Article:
Why you should be absurdily ambitious
A couple weeks ago, I read an article on Reuters about a man named Dalton Chisholm. Aside from his fairly awesome namesake, he doesn’t really have much of a reason to be a newsworthy figure, except for one particular datum: Chisholm is suing Bank of America for $1,784 billion trillion, or, in more compressed form, $1.784 septillion. For those of you like me who didn’t know (I’m no rocket scientist, but I had never even heard of that word before, mathematically or otherwise), it’s a one with 24 zeros behind it. Yeah, let’s take this all in for a second. This guy is suing Bank of America for a number that probably takes longer to write down than it does to produce one of the “Saw” sequels. For comparison sake, the article also says that if Bank of America were to consider paying this amount out, it would have to pay its entire worth of $196 billion about 9.1 trillion times over.
I don’t know about you, but regarding this suit, here’s the first word that comes to mind: ambitious. And by ambitious, I mean that’s the first word that pops into my head when I wonder, “What in the name of Ringo Starr is this guy driving at?”
The actual complaint that Chisholm is suing on the grounds of, according to another article on DailyFinance.com, is that, “…Bank of America would not deposit some of his checks due to problems with their routing numbers,” which made him “unhappy.”
I can maybe see this causing some “unhappiness” in one’s life. I have never, however, been unhappy enough to prompt a civil suit in which the damages requested are most likely sufficient to buy Jesus with a two-year warranty.
I might have understood if he claimed the minor checking account mix-up resulted in psychosis, because that’s what this is. This is pretty much his logic; you guys didn’t deposit my checks correctly based on a clerical error, so, counting the bills I wasn’t able to pay, the necessities I was unable to buy, etc., coupled with mental anguish, let’s see… by my math, that adds up to more money than Stephen Hawking’s and Chuck Norris’ combined efforts could count to. Check, please. I’ll take the first $100 billion in cash, and you can give me the rest in shell companies off the Southeast coast of China and a lifetime supply of green-and-blue-only Jolly Ranchers.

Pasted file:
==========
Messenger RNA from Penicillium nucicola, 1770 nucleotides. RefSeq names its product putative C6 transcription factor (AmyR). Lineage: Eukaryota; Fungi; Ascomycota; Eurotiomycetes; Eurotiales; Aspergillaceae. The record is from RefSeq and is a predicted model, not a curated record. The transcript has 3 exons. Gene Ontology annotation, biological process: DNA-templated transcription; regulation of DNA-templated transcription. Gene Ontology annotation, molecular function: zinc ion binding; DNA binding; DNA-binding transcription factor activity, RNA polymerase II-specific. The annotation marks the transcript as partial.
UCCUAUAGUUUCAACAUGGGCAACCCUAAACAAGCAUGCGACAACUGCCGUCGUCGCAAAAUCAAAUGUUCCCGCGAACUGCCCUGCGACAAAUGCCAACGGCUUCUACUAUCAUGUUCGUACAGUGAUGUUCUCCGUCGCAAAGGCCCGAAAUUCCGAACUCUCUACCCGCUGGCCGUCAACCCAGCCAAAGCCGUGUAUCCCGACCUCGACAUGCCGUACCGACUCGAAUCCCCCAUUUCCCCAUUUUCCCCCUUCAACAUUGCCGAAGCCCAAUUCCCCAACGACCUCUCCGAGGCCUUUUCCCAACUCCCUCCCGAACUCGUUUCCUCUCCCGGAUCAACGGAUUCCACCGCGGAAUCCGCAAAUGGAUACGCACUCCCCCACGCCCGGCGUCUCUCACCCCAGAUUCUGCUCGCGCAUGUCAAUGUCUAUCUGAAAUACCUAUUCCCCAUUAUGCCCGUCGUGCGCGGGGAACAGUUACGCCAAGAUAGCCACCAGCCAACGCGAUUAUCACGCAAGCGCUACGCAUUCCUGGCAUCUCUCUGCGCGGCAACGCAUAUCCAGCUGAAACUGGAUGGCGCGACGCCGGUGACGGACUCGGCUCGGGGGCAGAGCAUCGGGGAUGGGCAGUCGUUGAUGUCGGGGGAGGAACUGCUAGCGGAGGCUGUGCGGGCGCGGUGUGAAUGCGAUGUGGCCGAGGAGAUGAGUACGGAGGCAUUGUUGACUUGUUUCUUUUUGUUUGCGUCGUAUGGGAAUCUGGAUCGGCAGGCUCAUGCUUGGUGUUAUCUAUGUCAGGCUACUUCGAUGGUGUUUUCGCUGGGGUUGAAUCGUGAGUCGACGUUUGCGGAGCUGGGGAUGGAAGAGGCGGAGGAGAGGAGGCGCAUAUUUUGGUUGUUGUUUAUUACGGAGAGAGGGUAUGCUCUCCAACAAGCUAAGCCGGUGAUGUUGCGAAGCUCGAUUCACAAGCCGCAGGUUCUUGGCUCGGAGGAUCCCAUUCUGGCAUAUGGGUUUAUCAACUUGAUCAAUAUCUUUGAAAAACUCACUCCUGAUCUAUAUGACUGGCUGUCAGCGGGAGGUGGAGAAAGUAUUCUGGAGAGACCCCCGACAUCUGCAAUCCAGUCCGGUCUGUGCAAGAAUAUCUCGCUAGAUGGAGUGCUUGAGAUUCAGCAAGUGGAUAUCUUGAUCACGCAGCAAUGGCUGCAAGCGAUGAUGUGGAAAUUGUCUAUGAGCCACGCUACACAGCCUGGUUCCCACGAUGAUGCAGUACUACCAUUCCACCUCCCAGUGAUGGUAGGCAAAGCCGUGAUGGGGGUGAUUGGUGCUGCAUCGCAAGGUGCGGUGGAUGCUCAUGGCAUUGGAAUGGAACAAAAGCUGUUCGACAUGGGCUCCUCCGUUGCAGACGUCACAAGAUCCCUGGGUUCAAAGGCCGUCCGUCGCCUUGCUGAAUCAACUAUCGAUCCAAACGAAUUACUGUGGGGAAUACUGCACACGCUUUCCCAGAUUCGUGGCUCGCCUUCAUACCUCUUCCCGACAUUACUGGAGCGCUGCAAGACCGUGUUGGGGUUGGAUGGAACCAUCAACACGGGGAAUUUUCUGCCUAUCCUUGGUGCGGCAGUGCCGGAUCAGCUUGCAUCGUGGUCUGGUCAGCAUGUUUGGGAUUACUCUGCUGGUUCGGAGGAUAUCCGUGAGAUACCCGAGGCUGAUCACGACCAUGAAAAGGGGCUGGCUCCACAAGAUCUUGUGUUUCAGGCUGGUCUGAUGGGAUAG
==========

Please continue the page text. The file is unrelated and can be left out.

But as I was thinking more about this insanely ambitious lawsuit, another a-word came to mind. If I may pull your mind out of the gutter, the a-word I was thinking of was “absurd.” No one can doubt that this particular effort to collect more than $1 septillion dollars is obviously ambitious. But what if a secondary, if not similarly imperative factor of this lawsuit is indeed absurdity? And if so, is it absurdly ambitious, or ambitiously absurd?
When I thought about it long enough, I eventually realized this story of a ridiculous lawsuit was a belated reaction to the general social atmosphere created by the havoc that was wreaked upon the economy. In one fell swoop, this guy was able to poke some absurd fun at the aspect of the economy, get his name in the news and probably kill some time one boring weekend pursuing the lawsuit, time which he could have passed by doing something expensive like going to see a psychiatrist. But waging the world’s most ambitiously absurd lawsuit? Priceless. And for anyone who’s going to whine, “But the court costs and what not, boo-hoo-hoo,” you need to take a minute and unthink.
I highly recommend following Chisholm’s lead on this one. Everyone likes some good, cheap fun and everyone likes to get his or her own 15 minutes of fame. But don’t just copy Chisholm’s idea of world’s craziest lawsuit. Make up your own fun.
For example, claim that you watch the hit medical drama “House” so religiously that you inherently deserve a tax break on your property, which is to be referred to officially as the “First Orthodox Church of Hugh Laurie.” Or, buy the album “Dark Side Of The Moon” by Pink Floyd, and shortly thereafter sue the tight, leather pants off Roger Waters for the costs of a hallucinogenic drug habit and one copy of “The Wizard of Oz” on DVD. Or, if you’re feeling particularly absurdly ambitiously absurd, while filling out your annual income taxes, fill in your occupation as “Love Machine”, and subsequently write off your annual cost for prophylactics and/or birth control methods.
The bottom line is, we have to try our hardest to push the envelope on ambitious absurdity – or whatever phrase I made up a few paragraphs ago – to see that the absurdity is heard by the people. Because if we don’t, our headlines will merely be filled with real news, and who here wants that? Nobody, that’s who. Hearing about some boring G20 summit that Obama and other world leaders attended in order to address the growing issue of the international wealth gap and the severe situations in third world countries across the world is just that: boring. And frankly, it’s not as interesting as hearing the outlandish “septillion” demands of that what’s-his-face guy that I mentioned before.
Dave Coffey is a Collegian columnist. He can be reached at email@example.com.